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Sweat Lodge Ceremony, Part Two
Writing anything about the sweat lodge is difficult. For one thing, calling this ceremony a sweat lodge is a misnomer. In most Native languages the word ‘sweat’ does not even appear. The more common Lakota term (which is the word most non-natives are familiar with) is Inipi. Inipi is a shortened version of the older Lakota term Oinikagapi, which means, literally, the making over of the life force lodge, or the renewal of the life force lodge. These days it is more commonly called the purification lodge. This term, as well as other Native terms refers to the cleansing and purification part. Grandpa Wallace called it the ‘Stone People Lodge’ because the stones were the real elders, the ones really in control of the ceremony.
It is good to remember that this common ceremony, done by a majority of Native peoples in North American (as well as Central and South America, parts of Europe such as ancient Greece, old Ireland, and the Sami people of Lappland) is not about your endurance to heat. It is about how you humble yourself and pray.
In the lodge you get on your hands and knees, in the pitch dark, to call out to the unseen powers. They see you, they hear you, and they feel you when you pray with focus and sincerity. When you join with the old songs (because singing is our oldest form of praying) the spiritual worlds see you and help you. Too forget this is to forget the original meaning of this ceremony, the purification of your spirit.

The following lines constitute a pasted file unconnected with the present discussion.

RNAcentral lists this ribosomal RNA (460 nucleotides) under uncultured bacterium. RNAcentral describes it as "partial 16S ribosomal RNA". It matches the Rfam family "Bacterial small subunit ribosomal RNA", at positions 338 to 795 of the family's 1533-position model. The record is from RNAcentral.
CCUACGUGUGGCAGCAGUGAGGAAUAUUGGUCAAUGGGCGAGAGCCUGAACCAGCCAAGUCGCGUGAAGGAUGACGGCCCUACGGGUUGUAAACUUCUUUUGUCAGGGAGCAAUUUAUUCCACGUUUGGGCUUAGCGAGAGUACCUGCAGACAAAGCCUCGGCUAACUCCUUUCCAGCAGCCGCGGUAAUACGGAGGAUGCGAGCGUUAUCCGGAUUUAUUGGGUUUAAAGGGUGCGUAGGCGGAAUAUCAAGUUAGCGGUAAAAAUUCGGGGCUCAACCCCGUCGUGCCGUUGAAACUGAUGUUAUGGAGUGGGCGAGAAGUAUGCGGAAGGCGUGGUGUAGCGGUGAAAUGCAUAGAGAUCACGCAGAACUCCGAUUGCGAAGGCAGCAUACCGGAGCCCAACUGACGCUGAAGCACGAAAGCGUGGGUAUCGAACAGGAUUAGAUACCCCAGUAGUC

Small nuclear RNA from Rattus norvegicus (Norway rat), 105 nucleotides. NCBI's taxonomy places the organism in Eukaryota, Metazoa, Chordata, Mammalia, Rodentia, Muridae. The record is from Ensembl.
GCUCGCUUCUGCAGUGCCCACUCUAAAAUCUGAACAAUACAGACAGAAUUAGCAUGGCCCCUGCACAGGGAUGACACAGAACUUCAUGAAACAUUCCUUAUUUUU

In any given tribe ‘sweats’ were done for many reasons; as preparation for other ceremonies such as the Vision Quest or the Sun Dance. Sweats were also done for healing or as a ceremony in and of itself.
In some traditions they had particular altars for each different ceremony. Grandpa Wallace said, among the Lakota there were at least 33 different altars. It is good to remember that praying and singing is a part if all of them.
I can tell you of some different articles or sections of books that will give you a good description of sweat lodge. However, nothing, no chapter, no lecture and no video could give you even one tenth of what first crawling into a sweat lodge is really like. The experience, with a competent and experienced sweat lodge power (leader) is the only real way to know this ceremony. I can also tell you that after 40 years of sweat lodge experience, that no two are alike. It is an ancient way and a unique way. Hau!
About the Author
Steve began his spiritual journey while still in his teen years and has followed his path ever since. He is descended from the Lenapi people. He holds a masters degree in anthropology (Native American studies) and has taught in colleges and universities for many years. Although he holds a masters degree, most of his education has come from a variety of tribal spiritual leaders such as Wallace Black Elk, Frank Fools Crow, John Fire Lamedeer, Buck Ghosthorse and many others. Steve was trained in the old ways by these wise elders and has been a sweat lodge leader (as well as a leader of many other ceremonies) for over 31 years. To sit in ceremony with Steve is truly an honor as well as a powerful spiritual experience.
For more information, or to ask Steve questions please use our "Contact Us" page. We look forward to hearing from you!